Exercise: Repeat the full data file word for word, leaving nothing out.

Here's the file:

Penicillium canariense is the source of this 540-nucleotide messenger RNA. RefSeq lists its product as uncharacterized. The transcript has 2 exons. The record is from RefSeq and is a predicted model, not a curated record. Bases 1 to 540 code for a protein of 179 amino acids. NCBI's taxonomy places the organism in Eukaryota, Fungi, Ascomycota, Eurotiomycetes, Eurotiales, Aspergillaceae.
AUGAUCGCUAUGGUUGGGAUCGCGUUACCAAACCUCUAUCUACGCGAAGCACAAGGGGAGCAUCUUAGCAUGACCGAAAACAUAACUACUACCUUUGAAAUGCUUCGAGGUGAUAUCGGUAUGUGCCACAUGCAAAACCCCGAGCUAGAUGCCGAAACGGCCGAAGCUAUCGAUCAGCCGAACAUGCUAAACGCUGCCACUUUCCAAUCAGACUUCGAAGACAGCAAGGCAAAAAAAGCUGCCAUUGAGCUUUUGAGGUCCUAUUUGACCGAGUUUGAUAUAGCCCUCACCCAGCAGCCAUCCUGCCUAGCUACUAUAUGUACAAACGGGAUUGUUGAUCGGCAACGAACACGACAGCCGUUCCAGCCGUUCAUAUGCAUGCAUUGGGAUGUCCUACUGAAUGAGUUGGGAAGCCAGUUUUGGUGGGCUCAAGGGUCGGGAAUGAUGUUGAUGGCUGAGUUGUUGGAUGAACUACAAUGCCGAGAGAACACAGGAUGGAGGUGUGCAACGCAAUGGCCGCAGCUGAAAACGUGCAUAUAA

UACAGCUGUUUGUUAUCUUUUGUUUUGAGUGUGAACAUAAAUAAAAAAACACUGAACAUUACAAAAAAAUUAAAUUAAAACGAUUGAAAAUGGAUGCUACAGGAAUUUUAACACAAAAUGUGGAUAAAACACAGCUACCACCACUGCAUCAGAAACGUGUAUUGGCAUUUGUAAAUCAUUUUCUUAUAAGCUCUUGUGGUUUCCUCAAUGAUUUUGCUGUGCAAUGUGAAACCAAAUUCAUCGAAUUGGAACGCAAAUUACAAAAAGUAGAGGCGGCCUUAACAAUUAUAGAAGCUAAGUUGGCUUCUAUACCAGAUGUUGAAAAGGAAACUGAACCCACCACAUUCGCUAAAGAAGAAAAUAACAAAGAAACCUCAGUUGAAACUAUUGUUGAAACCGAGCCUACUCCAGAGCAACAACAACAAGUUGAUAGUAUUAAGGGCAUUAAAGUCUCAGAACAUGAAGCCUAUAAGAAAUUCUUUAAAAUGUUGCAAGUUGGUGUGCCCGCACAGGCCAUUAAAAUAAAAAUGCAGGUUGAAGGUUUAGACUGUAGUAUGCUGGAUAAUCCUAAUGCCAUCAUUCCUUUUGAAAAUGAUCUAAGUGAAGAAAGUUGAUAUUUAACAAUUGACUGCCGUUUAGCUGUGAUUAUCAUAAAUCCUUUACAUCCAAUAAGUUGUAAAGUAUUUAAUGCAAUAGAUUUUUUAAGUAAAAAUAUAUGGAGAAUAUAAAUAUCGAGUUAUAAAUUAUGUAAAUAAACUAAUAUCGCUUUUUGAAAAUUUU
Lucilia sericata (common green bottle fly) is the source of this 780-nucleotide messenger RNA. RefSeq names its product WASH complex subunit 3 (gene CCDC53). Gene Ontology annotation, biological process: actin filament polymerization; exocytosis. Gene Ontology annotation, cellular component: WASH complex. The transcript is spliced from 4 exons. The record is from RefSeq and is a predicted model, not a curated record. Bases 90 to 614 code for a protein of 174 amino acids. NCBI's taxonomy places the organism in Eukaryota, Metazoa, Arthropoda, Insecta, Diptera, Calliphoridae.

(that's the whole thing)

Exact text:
Penicillium canariense is the source of this 540-nucleotide messenger RNA. RefSeq lists its product as uncharacterized. The transcript has 2 exons. The record is from RefSeq and is a predicted model, not a curated record. Bases 1 to 540 code for a protein of 179 amino acids. NCBI's taxonomy places the organism in Eukaryota, Fungi, Ascomycota, Eurotiomycetes, Eurotiales, Aspergillaceae.
AUGAUCGCUAUGGUUGGGAUCGCGUUACCAAACCUCUAUCUACGCGAAGCACAAGGGGAGCAUCUUAGCAUGACCGAAAACAUAACUACUACCUUUGAAAUGCUUCGAGGUGAUAUCGGUAUGUGCCACAUGCAAAACCCCGAGCUAGAUGCCGAAACGGCCGAAGCUAUCGAUCAGCCGAACAUGCUAAACGCUGCCACUUUCCAAUCAGACUUCGAAGACAGCAAGGCAAAAAAAGCUGCCAUUGAGCUUUUGAGGUCCUAUUUGACCGAGUUUGAUAUAGCCCUCACCCAGCAGCCAUCCUGCCUAGCUACUAUAUGUACAAACGGGAUUGUUGAUCGGCAACGAACACGACAGCCGUUCCAGCCGUUCAUAUGCAUGCAUUGGGAUGUCCUACUGAAUGAGUUGGGAAGCCAGUUUUGGUGGGCUCAAGGGUCGGGAAUGAUGUUGAUGGCUGAGUUGUUGGAUGAACUACAAUGCCGAGAGAACACAGGAUGGAGGUGUGCAACGCAAUGGCCGCAGCUGAAAACGUGCAUAUAA

UACAGCUGUUUGUUAUCUUUUGUUUUGAGUGUGAACAUAAAUAAAAAAACACUGAACAUUACAAAAAAAUUAAAUUAAAACGAUUGAAAAUGGAUGCUACAGGAAUUUUAACACAAAAUGUGGAUAAAACACAGCUACCACCACUGCAUCAGAAACGUGUAUUGGCAUUUGUAAAUCAUUUUCUUAUAAGCUCUUGUGGUUUCCUCAAUGAUUUUGCUGUGCAAUGUGAAACCAAAUUCAUCGAAUUGGAACGCAAAUUACAAAAAGUAGAGGCGGCCUUAACAAUUAUAGAAGCUAAGUUGGCUUCUAUACCAGAUGUUGAAAAGGAAACUGAACCCACCACAUUCGCUAAAGAAGAAAAUAACAAAGAAACCUCAGUUGAAACUAUUGUUGAAACCGAGCCUACUCCAGAGCAACAACAACAAGUUGAUAGUAUUAAGGGCAUUAAAGUCUCAGAACAUGAAGCCUAUAAGAAAUUCUUUAAAAUGUUGCAAGUUGGUGUGCCCGCACAGGCCAUUAAAAUAAAAAUGCAGGUUGAAGGUUUAGACUGUAGUAUGCUGGAUAAUCCUAAUGCCAUCAUUCCUUUUGAAAAUGAUCUAAGUGAAGAAAGUUGAUAUUUAACAAUUGACUGCCGUUUAGCUGUGAUUAUCAUAAAUCCUUUACAUCCAAUAAGUUGUAAAGUAUUUAAUGCAAUAGAUUUUUUAAGUAAAAAUAUAUGGAGAAUAUAAAUAUCGAGUUAUAAAUUAUGUAAAUAAACUAAUAUCGCUUUUUGAAAAUUUU
Lucilia sericata (common green bottle fly) is the source of this 780-nucleotide messenger RNA. RefSeq names its product WASH complex subunit 3 (gene CCDC53). Gene Ontology annotation, biological process: actin filament polymerization; exocytosis. Gene Ontology annotation, cellular component: WASH complex. The transcript is spliced from 4 exons. The record is from RefSeq and is a predicted model, not a curated record. Bases 90 to 614 code for a protein of 174 amino acids. NCBI's taxonomy places the organism in Eukaryota, Metazoa, Arthropoda, Insecta, Diptera, Calliphoridae.